Fearing Backlash, Lawyers Refuse to Defend Followers of Banned Sect

KUALA LUMPUR, Malaysia–Forty-five members of a banned religious sect were charged Thursday with violating Islam, but Malaysian lawyers refused to defend them fearing a backlash from conservative Muslims and authorities, officials said.

Also Thursday, the New York -based Human Rights Watch accused the government of pressuring lawyers to deny the sect members a fair trial, and violating international norms of religious freedom.

Sky Kingdom

The Sky Kingdom is a quasi-religious interfaith commune located in the eastern Malaysian state of Terengganu.

While Malaysia has a secular legal system, the country is ruled by a moderate Muslim majority.

“Muslims in Malaysia come under the purview of religious courts that are not part of the secular federal legal system. Any attempt to deviate from Islamic teachings, or to leave the religion, can bring harsh penalties from the religious courts.” [Source]

Sky Kingdom leader Ayah Pin claims to be a deity

The group includes former Muslims

The 45 members of the Sky Kingdom sect, including 23 women, appeared in an Islamic court in the eastern state of Terengganu and told the judge they had no lawyers, said a court official, speaking on condition of anonymity.


Judge Mohamad Abdullah postponed the trial to Sept. 1 to give the defendants _ who are all free on bail, except for one who was also being detained for another charge _ more time to engage lawyers, the official said.

If found guilty of spreading beliefs contrary to Islam and violating Islamic precepts, they could be jailed for up to two years under Malaysia’s Islamic laws that apply only to Muslims in this multiracial country.

Haris Fathillah, a lawyer based in Kuala Lumpur , said he was trying to get Muslim lawyers accredited with religious authorities in Terengganu to defend the Sky Kingdom followers but there was “reluctance due to the nature of the case.” He would not elaborate.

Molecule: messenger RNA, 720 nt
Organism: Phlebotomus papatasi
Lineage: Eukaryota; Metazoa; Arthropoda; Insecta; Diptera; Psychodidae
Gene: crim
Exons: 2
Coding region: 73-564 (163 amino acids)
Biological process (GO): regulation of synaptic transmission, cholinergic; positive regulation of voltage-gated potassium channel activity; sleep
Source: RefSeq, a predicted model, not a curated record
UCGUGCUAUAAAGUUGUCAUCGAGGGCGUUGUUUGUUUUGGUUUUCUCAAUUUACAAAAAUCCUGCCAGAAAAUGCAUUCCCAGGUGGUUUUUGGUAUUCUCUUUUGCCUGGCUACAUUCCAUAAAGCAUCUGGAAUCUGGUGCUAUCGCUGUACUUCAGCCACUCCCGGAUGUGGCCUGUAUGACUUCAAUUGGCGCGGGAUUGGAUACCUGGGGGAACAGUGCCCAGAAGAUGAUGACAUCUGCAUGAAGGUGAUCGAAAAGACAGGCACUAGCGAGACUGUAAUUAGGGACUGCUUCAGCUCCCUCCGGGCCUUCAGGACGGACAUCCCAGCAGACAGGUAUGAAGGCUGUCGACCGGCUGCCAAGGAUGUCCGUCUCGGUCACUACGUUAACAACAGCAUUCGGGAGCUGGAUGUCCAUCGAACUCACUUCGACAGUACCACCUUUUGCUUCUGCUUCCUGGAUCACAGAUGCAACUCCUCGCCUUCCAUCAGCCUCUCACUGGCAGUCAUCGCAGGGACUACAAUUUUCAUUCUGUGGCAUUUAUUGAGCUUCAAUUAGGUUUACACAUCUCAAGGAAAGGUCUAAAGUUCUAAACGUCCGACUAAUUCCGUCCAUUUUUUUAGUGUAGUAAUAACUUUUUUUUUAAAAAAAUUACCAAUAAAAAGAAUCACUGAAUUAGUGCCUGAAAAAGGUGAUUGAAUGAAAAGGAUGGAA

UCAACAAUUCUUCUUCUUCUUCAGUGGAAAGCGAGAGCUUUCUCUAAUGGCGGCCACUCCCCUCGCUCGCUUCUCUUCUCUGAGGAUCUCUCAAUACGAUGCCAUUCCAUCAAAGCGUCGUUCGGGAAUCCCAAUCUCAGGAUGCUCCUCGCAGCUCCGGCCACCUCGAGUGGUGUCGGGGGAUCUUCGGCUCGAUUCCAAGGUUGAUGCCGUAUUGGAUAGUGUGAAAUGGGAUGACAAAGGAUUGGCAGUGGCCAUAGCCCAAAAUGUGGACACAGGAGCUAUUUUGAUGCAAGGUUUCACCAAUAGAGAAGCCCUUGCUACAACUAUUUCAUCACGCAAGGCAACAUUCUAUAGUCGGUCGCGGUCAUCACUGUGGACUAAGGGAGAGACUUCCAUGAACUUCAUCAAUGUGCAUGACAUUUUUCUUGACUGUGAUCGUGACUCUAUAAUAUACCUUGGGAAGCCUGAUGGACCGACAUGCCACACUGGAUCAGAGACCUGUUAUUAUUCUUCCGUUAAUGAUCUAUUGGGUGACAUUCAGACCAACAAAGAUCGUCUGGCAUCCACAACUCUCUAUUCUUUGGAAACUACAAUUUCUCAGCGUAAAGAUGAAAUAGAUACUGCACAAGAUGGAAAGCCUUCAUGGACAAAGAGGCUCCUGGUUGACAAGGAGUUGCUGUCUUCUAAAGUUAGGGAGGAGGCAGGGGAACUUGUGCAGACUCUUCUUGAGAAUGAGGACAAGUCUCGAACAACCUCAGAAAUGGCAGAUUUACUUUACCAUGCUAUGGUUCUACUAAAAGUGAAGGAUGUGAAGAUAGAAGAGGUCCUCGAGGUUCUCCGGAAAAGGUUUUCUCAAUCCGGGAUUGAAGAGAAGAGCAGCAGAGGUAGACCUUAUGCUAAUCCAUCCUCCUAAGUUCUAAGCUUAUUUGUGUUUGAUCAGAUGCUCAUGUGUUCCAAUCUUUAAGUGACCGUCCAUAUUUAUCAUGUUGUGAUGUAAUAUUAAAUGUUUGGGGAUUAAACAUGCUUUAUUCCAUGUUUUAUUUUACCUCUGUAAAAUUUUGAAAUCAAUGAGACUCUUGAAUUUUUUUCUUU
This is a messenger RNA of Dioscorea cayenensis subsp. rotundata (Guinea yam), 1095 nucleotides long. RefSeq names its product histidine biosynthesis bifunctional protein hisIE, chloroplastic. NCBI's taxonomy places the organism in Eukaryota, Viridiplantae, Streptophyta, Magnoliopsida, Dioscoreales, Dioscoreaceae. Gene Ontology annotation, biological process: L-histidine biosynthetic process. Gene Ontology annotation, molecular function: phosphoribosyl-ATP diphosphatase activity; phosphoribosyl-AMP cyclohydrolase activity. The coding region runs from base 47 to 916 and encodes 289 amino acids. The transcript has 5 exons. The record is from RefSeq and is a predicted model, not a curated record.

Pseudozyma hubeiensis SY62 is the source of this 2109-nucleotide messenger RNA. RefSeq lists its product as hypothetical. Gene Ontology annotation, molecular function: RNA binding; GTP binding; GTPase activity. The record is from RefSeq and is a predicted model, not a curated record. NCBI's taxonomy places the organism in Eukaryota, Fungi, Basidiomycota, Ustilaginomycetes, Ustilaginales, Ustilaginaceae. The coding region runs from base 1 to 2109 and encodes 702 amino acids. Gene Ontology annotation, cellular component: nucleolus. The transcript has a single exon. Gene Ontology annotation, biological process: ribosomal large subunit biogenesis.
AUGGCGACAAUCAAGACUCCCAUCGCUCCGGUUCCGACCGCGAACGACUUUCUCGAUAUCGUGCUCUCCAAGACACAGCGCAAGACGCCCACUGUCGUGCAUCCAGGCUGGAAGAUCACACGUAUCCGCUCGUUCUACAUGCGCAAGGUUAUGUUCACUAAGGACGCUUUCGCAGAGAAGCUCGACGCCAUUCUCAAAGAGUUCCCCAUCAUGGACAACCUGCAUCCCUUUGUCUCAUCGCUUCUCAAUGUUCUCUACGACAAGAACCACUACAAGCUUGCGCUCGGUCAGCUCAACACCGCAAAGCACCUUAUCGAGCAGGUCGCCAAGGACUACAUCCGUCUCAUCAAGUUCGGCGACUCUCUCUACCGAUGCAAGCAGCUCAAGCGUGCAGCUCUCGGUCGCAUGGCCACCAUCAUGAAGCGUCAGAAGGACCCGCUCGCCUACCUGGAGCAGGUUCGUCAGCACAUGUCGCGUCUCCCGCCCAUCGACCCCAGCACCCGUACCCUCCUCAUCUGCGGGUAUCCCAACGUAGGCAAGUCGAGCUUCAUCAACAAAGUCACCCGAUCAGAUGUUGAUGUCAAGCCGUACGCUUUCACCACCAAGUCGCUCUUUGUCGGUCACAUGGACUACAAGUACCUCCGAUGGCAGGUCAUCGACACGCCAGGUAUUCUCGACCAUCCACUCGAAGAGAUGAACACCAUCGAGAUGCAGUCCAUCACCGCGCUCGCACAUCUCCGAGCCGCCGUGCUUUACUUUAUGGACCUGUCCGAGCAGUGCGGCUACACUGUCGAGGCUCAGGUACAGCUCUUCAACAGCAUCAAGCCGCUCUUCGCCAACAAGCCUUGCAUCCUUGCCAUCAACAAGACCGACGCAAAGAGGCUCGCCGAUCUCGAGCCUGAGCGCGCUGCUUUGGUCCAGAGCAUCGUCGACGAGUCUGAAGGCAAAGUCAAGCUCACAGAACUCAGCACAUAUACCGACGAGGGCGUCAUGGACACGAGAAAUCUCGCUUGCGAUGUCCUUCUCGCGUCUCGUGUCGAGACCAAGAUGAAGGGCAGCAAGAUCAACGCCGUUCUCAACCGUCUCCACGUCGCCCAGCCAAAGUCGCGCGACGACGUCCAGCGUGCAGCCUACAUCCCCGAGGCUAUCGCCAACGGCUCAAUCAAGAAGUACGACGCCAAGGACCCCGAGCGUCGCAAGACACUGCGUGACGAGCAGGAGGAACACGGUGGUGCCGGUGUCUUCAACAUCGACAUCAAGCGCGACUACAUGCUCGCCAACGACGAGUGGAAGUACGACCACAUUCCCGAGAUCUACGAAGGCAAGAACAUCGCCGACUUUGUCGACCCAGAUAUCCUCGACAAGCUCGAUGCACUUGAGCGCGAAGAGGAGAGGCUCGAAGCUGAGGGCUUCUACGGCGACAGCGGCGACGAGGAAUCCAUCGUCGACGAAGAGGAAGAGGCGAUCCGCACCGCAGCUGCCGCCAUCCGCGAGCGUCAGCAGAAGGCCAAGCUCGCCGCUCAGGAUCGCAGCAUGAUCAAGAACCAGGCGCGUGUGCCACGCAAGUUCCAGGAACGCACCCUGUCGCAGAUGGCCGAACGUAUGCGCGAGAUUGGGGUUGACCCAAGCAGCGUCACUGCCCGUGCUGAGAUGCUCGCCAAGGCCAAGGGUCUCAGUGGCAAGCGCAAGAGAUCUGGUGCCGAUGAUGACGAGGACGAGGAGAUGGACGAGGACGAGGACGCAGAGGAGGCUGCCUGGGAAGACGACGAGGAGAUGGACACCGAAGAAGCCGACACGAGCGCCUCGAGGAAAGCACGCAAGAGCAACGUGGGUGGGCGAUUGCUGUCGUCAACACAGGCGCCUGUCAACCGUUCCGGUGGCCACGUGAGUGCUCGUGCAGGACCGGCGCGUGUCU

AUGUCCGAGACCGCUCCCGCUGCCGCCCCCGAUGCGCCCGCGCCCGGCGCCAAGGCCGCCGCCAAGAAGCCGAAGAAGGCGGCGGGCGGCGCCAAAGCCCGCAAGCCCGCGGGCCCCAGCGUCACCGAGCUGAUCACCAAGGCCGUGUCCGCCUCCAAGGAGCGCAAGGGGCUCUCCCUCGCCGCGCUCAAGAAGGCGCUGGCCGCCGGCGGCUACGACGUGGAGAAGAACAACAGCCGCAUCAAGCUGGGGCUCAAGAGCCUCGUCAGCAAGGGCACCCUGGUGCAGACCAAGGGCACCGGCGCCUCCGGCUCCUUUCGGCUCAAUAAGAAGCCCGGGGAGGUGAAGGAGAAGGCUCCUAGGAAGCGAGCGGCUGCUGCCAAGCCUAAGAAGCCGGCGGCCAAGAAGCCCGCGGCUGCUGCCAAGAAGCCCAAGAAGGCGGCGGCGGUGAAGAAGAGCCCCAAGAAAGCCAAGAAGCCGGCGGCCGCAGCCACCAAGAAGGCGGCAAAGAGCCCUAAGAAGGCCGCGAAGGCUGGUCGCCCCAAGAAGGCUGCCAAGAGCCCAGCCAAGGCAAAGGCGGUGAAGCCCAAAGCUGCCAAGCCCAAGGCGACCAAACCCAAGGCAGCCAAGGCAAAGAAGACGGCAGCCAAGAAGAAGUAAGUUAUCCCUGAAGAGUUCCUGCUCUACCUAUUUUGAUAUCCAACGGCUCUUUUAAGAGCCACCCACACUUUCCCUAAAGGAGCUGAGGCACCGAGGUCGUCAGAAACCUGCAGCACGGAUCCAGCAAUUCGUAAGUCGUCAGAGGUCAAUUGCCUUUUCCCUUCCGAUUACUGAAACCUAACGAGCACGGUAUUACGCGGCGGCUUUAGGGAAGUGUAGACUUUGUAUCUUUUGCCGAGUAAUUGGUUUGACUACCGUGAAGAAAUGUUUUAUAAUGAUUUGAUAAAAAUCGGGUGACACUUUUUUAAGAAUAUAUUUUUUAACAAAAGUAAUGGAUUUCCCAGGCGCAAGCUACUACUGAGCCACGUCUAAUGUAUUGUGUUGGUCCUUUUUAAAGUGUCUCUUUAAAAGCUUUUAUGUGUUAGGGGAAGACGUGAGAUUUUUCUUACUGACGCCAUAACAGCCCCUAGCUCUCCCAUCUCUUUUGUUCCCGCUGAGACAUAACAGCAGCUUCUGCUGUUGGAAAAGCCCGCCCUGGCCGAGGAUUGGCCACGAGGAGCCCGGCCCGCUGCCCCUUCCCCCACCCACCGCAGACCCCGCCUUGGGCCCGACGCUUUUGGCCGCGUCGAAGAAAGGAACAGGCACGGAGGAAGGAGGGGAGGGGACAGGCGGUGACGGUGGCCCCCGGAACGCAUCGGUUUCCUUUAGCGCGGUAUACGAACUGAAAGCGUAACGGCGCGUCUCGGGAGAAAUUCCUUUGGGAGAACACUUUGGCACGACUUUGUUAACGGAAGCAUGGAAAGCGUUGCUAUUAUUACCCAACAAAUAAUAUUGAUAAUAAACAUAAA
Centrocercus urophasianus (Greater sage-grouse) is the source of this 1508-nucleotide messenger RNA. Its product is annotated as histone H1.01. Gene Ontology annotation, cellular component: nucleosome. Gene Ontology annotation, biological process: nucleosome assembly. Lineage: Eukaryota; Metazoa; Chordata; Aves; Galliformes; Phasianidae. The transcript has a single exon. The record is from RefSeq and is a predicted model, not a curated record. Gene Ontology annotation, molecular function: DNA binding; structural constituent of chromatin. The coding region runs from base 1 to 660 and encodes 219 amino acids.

An official with the Malaysian Bar Council said “there is fear among them of a backlash from the Muslim community if they take up the case.” The issue is “extremely sensitive for Muslims,” he said, speaking on condition of anonymity.

The Sky Kingdom sect, which has a commune in Terengganu, is believed to have hundreds of mostly ethnic Malay Muslim members. The sect claims to have followers from other religions as well and says it promotes interfaith harmony.

But the government, ever sensitive to Malays abandoning mainstream Islam, banned the group on the grounds that it was preaching a deviant form of the religion. On Sunday, authorities tore down a house-sized teapot, umbrella and boat _ objects representing various faiths _ in the Sky Kingdom’s commune.

In a statement, Human Rights Watch slammed the Malaysian government for “targeting this religious community simply for their beliefs.”

Sam Zarifi, the organization’s Asia deputy director, said in the statement that “the government is violating international standards by destroying the Sky Kingdom’s religious structures and now threatening to throw the members in jail without a fair trial.”

He said Muslim Malaysian lawyers also feared “reprisals from religious extremists and loss of their accreditation” if they defended the Sky Kingdom followers.

A mob of about 30 people who were allegedly upset with the sect’s teachings attacked its commune last month, setting fire to some of the structures. No injuries were reported, but the sect’s leader, Ariffin Mohammed who is also known as Ayah Pin, has disappeared since the incident.

Source

(Listed if other than Religion News Blog)
Associated Press, USA
Aug. 4, 2005

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